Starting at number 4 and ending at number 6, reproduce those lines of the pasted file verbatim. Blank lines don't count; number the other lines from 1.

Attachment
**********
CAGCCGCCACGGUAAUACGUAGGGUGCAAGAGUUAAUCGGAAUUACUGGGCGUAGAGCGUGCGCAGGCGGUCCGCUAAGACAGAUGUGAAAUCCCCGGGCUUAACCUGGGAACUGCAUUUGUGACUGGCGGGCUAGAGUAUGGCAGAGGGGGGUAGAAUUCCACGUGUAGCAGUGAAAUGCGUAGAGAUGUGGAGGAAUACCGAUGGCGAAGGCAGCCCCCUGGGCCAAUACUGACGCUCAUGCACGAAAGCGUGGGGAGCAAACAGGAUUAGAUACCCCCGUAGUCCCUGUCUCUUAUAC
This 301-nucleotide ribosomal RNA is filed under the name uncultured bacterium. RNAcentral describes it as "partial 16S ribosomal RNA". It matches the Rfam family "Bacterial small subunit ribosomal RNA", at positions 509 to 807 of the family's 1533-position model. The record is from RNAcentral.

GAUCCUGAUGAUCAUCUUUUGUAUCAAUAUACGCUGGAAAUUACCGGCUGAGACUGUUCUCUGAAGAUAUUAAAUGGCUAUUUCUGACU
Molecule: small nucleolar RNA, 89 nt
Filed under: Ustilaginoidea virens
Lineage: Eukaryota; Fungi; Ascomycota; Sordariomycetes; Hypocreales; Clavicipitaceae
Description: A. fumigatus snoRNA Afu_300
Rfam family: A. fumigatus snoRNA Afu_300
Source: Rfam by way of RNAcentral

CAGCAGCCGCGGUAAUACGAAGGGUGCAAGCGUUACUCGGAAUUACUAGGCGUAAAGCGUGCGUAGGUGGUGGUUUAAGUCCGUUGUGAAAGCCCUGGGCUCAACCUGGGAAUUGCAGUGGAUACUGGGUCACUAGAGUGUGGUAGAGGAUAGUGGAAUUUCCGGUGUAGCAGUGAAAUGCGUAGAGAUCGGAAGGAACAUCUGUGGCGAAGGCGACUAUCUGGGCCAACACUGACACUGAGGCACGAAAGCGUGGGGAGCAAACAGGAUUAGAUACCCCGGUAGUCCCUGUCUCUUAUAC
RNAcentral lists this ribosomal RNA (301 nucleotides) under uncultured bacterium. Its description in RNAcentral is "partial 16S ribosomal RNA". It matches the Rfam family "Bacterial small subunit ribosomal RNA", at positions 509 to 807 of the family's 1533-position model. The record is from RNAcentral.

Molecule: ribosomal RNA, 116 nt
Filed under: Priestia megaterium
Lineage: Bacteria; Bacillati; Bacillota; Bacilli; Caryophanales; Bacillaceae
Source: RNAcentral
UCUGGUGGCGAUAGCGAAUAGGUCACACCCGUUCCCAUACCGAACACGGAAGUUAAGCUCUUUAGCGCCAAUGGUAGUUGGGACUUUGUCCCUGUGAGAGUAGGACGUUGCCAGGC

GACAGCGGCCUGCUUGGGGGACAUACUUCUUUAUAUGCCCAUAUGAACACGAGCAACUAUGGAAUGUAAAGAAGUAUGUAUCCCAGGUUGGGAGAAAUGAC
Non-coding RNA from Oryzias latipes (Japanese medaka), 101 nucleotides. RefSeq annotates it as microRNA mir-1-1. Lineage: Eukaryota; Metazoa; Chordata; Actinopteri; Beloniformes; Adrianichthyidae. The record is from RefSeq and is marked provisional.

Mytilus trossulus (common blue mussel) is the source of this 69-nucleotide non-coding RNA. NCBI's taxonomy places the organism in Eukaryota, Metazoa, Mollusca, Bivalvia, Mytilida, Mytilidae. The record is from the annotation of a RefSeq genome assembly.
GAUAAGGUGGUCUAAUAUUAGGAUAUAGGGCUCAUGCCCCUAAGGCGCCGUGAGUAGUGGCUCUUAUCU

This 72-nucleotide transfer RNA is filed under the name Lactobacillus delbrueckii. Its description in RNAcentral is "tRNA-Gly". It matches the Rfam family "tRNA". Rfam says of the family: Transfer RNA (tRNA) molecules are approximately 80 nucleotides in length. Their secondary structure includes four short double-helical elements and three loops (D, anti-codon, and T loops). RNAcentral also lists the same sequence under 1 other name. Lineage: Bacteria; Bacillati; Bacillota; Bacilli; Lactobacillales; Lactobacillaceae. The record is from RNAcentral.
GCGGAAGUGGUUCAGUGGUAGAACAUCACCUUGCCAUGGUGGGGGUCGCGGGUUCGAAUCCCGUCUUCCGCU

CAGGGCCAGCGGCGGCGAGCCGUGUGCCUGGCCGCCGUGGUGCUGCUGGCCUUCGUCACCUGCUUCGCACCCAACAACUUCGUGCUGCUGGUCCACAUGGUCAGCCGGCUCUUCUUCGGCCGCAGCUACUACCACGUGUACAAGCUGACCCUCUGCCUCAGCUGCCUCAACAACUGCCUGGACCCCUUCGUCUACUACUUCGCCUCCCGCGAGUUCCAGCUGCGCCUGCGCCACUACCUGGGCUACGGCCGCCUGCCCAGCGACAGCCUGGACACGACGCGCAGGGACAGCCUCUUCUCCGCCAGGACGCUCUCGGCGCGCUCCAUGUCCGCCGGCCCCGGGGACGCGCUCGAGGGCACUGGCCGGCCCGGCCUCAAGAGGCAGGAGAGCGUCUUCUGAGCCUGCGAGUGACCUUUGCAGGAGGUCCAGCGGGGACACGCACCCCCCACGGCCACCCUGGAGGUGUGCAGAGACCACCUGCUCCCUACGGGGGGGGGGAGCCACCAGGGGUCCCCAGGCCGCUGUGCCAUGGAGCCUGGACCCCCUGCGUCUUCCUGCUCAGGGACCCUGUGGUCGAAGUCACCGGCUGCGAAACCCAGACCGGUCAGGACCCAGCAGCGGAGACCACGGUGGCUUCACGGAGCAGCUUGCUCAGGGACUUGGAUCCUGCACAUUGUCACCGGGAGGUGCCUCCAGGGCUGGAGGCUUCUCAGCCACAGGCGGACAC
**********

Molecule: small nucleolar RNA, 89 nt
Filed under: Ustilaginoidea virens
Lineage: Eukaryota; Fungi; Ascomycota; Sordariomycetes; Hypocreales; Clavicipitaceae